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Covington Rids Itself of 40-Year Old Borrowing Habit

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COVINGTON, Ky. – The City of Covington has finally freed itself from the need of a $3.5 million short-term loan, relied on for the last 40 years.

At Tuesday night’s meeting, Covington Mayor and Commissioners voted not to renew the City’s annual short-term loan known as a Tax Anticipation Note (TAN).

Every year since 1976 the City has used the TAN to pay its payroll, employee benefits, and other operating expenses when the city’s cash on hand was insufficient. The TAN was then repaid at the end of the fiscal year once tax revenues had been collected.

But the City became reliant on this temporary cash influx and renewed the TAN each year creating a never-ending borrowing cycle.

Thanks to better cash management and financial planning the city has finally been able to break this cycle.

“We have worked hard so that, instead of relying on the short-term cash influx provided by the TAN, the City has adequate cash on-hand to meet ongoing operational expenditures,” said Director of Finance and Operations Lisa Desmarais. “This means that we no longer have those dips in cash flow that create the need for short-term borrowing.”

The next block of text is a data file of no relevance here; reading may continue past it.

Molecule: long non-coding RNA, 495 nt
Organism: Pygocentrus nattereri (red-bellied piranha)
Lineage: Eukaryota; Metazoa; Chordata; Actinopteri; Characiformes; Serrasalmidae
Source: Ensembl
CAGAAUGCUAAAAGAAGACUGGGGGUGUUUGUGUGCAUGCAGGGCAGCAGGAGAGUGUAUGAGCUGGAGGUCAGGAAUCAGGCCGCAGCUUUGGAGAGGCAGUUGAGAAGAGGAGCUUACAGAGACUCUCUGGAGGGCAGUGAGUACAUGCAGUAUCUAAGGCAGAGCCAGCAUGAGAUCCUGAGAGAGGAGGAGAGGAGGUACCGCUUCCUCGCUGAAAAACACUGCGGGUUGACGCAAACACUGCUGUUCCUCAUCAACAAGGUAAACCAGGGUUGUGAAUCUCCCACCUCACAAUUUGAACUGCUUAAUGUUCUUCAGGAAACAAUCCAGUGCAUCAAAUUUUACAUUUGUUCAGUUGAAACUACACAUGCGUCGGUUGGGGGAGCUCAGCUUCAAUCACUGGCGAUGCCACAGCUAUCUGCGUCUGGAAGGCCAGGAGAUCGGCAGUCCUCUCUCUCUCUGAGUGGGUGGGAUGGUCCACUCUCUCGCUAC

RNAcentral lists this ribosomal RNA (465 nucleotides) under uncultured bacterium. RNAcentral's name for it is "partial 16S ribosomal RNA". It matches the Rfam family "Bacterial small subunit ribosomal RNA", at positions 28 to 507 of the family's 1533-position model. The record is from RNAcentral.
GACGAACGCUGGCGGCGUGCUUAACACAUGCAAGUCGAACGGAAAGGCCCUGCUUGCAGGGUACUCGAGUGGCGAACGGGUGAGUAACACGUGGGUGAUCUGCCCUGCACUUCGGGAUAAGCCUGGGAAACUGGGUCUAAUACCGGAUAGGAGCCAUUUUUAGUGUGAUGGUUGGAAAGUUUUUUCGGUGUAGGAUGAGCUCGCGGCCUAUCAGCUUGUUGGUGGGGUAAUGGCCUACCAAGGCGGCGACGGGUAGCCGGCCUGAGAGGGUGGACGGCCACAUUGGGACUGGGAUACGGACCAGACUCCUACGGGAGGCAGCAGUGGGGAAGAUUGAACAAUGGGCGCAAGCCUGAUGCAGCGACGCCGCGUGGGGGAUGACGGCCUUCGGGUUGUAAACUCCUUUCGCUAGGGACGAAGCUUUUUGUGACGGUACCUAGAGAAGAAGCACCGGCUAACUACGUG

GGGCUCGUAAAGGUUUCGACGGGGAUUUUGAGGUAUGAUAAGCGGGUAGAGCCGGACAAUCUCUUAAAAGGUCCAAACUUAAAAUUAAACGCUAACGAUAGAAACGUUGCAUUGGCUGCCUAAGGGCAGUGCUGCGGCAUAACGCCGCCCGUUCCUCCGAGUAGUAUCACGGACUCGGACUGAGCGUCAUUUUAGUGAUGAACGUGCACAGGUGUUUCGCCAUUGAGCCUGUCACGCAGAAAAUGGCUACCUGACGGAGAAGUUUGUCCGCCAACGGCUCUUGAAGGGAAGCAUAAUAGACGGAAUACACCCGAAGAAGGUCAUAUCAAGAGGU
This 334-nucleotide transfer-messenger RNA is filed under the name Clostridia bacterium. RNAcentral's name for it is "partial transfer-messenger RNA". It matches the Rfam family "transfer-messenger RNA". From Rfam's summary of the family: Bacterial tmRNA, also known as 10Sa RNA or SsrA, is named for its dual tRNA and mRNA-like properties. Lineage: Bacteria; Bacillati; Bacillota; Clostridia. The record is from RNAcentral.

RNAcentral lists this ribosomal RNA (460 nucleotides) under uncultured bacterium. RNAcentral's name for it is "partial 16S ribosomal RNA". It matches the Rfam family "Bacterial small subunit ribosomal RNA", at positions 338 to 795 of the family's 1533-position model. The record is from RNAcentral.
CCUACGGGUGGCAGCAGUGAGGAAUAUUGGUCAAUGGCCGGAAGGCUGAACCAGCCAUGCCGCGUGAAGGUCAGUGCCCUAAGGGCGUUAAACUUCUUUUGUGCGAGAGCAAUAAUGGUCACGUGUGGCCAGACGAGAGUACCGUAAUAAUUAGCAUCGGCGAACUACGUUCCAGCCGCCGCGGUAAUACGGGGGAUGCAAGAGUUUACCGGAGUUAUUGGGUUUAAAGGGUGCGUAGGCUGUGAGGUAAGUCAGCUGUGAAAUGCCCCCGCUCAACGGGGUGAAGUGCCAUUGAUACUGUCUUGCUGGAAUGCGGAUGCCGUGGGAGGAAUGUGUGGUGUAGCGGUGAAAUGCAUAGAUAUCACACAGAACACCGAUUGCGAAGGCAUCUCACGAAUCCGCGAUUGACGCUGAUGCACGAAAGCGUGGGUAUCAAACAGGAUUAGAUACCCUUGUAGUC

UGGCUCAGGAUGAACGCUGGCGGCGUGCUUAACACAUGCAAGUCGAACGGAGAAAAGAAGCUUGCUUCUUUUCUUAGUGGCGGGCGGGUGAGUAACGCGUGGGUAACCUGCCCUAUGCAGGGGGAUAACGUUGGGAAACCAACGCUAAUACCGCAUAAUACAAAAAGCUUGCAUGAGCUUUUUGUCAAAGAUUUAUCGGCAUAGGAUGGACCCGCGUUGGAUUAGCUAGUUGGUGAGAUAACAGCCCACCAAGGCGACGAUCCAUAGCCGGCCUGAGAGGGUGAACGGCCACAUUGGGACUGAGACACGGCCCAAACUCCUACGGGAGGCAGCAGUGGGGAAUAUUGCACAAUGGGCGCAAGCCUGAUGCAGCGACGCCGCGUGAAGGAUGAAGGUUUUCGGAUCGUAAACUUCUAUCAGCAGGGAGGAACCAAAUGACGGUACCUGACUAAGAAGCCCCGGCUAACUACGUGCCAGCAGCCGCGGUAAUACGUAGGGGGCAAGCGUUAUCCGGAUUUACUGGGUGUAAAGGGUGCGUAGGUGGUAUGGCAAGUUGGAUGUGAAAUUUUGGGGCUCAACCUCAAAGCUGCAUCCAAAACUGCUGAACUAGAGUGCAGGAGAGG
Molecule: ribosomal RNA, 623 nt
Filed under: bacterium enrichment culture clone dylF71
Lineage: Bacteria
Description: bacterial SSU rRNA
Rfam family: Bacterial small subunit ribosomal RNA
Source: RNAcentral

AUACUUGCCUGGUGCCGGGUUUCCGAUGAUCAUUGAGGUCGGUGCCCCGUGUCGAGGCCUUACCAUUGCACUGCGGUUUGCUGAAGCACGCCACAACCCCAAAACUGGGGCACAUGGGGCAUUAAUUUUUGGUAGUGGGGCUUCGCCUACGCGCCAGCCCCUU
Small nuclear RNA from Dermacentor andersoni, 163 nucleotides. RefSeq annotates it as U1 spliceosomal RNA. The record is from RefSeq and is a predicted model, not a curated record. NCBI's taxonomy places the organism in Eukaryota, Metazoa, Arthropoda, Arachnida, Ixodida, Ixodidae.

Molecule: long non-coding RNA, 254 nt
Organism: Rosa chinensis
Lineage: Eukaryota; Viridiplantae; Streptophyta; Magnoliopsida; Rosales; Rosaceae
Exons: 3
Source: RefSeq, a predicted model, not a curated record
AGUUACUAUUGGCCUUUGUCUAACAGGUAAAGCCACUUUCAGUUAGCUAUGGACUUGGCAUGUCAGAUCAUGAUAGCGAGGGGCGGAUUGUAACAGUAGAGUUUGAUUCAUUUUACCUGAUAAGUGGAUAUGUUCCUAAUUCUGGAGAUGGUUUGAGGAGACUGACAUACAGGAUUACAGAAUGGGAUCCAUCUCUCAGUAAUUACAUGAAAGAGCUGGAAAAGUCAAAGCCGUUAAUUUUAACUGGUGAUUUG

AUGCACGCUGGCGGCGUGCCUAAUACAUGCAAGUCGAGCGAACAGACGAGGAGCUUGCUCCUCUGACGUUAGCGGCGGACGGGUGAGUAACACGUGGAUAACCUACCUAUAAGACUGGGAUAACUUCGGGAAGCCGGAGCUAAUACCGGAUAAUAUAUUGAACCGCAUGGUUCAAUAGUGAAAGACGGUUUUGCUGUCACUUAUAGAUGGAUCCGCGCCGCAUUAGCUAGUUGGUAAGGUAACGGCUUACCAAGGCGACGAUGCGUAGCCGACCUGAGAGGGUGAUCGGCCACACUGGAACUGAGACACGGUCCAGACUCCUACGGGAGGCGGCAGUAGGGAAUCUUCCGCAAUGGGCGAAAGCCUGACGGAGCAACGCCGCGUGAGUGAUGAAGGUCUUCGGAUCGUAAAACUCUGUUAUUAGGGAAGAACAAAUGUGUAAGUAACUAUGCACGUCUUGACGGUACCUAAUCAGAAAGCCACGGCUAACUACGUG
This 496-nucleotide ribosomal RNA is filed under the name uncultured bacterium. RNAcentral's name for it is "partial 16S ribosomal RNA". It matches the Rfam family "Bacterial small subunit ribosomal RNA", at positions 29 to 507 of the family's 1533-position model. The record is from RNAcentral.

Rather than renew the TAN for the next fiscal year, beginning on July 1, 2016, Covington has taken measures to improve cash management practices and enact new policies so that the short-term loan is no longer necessary.

Such measures include the implementation of new financial software in the Finance Department, which allows for more oversight and improved revenue management and collection, and the passing of a fiscal stability ordinance.

Enacted in December 2015, Covington’s fiscal stability ordinance established a formal policy for developing future budgets and for allocating any carryover funds for years when the City has additional revenue. The primary goal was to increase funding for existing financial and legal obligations such as repayment of the City’s TAN.

“Improving our financial policies and practices has been a priority for the City the last several years,” City Manager Larry Klein said. “Eliminating this loan practice is a major step forward on that road and will result in an improved financial outlook for the City. We will continue to ensure that best financial practices are in place so that public funds are managed responsibly.”

With this short-term debt obligation addressed, the City is now focusing on reducing reliance on long-term debt.